Emilie Louise Flöge
|This article needs additional citations for verification. (February 2011) (Learn how and when to remove this template message)|
Life and business career
Her first job was as a seamstress, but she later became a couturière. In 1895, Pauline, her elder sister, opened a dressmaking school and Emilie worked here. In 1899 the two sisters won a dressmaking competition and were commissioned to make a batiste dress for an exhibition.
In partnership with her sister Helene, after 1904 Emilie established herself as a successful businesswoman and the owner of the haute couture fashion salon known as Schwestern Flöge (Flöge Sisters) in one of the major Viennese thoroughfares, the Mariahilfer Strasse. In this salon, which had been designed in the Jugendstil by the architect Josef Hoffmann, she presented designer clothing in the style of the Wiener Werkstätte. During her trips to London and Paris she familiarised herself with the latest fashion trends from Coco Chanel and Christian Dior, however, after the Anschluss with the German Third Reich in 1938, Flöge lost her most important customers and had to close her salon, which had become the leading fashion venue for Viennese society. After 1938 she worked from the top floor of her home at 39 Ungargasse.
Association with Gustav Klimt
Emilie Flöge was a member of the Viennese bohemian (Bohemianism) and Fin de siècle circles. She was the life companion of the painter Gustav Klimt. In 1891, Helene, the older sister of Emilie, married Ernst Klimt, the brother of Gustav Klimt. When Ernst died in December 1892, Gustav was made Helene's guardian. At that time Emilie was eighteen years old and Gustav became a frequent guest at the home of her parents, spending the summers with the Flöge family at Lake Attersee.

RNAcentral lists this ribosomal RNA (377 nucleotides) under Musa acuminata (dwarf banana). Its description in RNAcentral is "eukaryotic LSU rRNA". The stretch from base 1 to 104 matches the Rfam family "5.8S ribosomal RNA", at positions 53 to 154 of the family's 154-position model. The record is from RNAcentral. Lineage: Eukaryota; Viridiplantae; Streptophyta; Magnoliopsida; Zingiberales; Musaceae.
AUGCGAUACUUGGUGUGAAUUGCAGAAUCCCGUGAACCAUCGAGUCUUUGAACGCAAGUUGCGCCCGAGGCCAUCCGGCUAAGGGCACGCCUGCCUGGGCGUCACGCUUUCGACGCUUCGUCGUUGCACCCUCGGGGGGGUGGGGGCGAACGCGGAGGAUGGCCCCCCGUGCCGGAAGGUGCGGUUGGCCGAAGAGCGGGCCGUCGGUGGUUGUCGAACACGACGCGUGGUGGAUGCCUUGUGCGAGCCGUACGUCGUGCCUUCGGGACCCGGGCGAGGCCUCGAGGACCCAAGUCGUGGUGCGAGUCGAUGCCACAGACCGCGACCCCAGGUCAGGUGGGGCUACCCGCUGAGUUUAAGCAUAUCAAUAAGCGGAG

Klimt also drew some garments for the Flöge salon in the rational dress style - a style promoted by the feminist movement - and from 1898, other clothes designed by the Vienna Secession; the latter were worn without a corset and hung loosely from the shoulders with comfortable, wide sleeves. The clientele for what was at that time a revolutionary fashion was too small to provide a living, however, and she earned money accordingly through conventional styles. Klimt was painting many ladies from the upper echelons of Viennese society and thus, was able to introduce Emilie Flöge to a prosperous client base.
Klimt died from a stroke on 11 January 1918. His last words reportedly were, "Get Emilie". She inherited half of Klimt's estate, the other half going to the painter's family.
In the final days of the Second World War, her house in the Ungargasse caught fire, destroying not only her collection of garments, but also valuable objects from the estate of Gustav Klimt.
Popular culture references
Emilie Flöge is the first-person narrator of the historical novel The Painted Kiss by Elizabeth Hickey, published in 2005.
Notes and references
- "Schönheitsideale & Ornamentik - Damen der Gesellschaft". Museum online. 1996. Archived from the original on 2011-07-06. Retrieved 2011-02-25.
- Alfred Weidinger (art historian and vice director of Belvedere Museum Vienna) in interview in ORF broadcast "Klimt am Attersee", 26 Aug 2012.
- Wolfgang G. Fisher with Dorothea H. Ewan (1997). "Gustav Klimt and Emilie Floege: An Artist and His Muse," Woman's Art Journal 17:2, p. 42.
- Hickey, Elizabeth (2005). The Painted Kiss: A Novel, Atria Books, New York, ISBN 0743492609 (Der gemalte Kuss, Bloomsbury, Berlin 2005, ISBN 3827006279).
- O'Connor, Anne-Marie (2012). The Lady in Gold, The Extraordinary Tale of Gustav Klimt's Masterpiece, Portrait of Adele Bloch-Bauer, Alfred A. Knopf, New York, ISBN 0-307-26564-1
- Literature by and about Emilie Louise Flöge in the German National Library catalogue
- Additional images at http://www.klimt.com/en/gallery/photographies/details-emilie-floege.dhtml"Klimt Museum" commercial website